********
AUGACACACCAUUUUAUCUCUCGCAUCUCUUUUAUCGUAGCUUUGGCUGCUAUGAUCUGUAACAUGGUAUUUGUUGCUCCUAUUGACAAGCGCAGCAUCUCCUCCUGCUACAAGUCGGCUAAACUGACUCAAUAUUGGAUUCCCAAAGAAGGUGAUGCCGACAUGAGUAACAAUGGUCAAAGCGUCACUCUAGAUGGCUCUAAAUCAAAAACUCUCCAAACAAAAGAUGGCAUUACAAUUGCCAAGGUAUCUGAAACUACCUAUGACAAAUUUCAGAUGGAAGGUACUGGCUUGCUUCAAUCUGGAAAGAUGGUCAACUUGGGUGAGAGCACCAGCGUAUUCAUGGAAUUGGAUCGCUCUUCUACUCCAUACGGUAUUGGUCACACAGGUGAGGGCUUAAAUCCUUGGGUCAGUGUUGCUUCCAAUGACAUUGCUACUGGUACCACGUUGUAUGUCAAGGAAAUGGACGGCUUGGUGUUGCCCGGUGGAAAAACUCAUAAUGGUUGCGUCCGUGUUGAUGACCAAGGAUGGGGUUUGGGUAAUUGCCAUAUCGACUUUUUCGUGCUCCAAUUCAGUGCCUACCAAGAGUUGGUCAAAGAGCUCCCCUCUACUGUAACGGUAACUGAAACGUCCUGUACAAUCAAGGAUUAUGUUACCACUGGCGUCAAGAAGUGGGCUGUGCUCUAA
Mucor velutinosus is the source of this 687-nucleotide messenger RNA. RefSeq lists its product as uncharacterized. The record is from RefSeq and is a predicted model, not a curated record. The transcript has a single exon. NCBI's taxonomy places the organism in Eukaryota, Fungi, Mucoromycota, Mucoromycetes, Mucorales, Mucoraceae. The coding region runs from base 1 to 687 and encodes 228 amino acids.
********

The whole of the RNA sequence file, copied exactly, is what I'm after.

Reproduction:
AUGACACACCAUUUUAUCUCUCGCAUCUCUUUUAUCGUAGCUUUGGCUGCUAUGAUCUGUAACAUGGUAUUUGUUGCUCCUAUUGACAAGCGCAGCAUCUCCUCCUGCUACAAGUCGGCUAAACUGACUCAAUAUUGGAUUCCCAAAGAAGGUGAUGCCGACAUGAGUAACAAUGGUCAAAGCGUCACUCUAGAUGGCUCUAAAUCAAAAACUCUCCAAACAAAAGAUGGCAUUACAAUUGCCAAGGUAUCUGAAACUACCUAUGACAAAUUUCAGAUGGAAGGUACUGGCUUGCUUCAAUCUGGAAAGAUGGUCAACUUGGGUGAGAGCACCAGCGUAUUCAUGGAAUUGGAUCGCUCUUCUACUCCAUACGGUAUUGGUCACACAGGUGAGGGCUUAAAUCCUUGGGUCAGUGUUGCUUCCAAUGACAUUGCUACUGGUACCACGUUGUAUGUCAAGGAAAUGGACGGCUUGGUGUUGCCCGGUGGAAAAACUCAUAAUGGUUGCGUCCGUGUUGAUGACCAAGGAUGGGGUUUGGGUAAUUGCCAUAUCGACUUUUUCGUGCUCCAAUUCAGUGCCUACCAAGAGUUGGUCAAAGAGCUCCCCUCUACUGUAACGGUAACUGAAACGUCCUGUACAAUCAAGGAUUAUGUUACCACUGGCGUCAAGAAGUGGGCUGUGCUCUAA
Mucor velutinosus is the source of this 687-nucleotide messenger RNA. RefSeq lists its product as uncharacterized. The record is from RefSeq and is a predicted model, not a curated record. The transcript has a single exon. NCBI's taxonomy places the organism in Eukaryota, Fungi, Mucoromycota, Mucoromycetes, Mucorales, Mucoraceae. The coding region runs from base 1 to 687 and encodes 228 amino acids.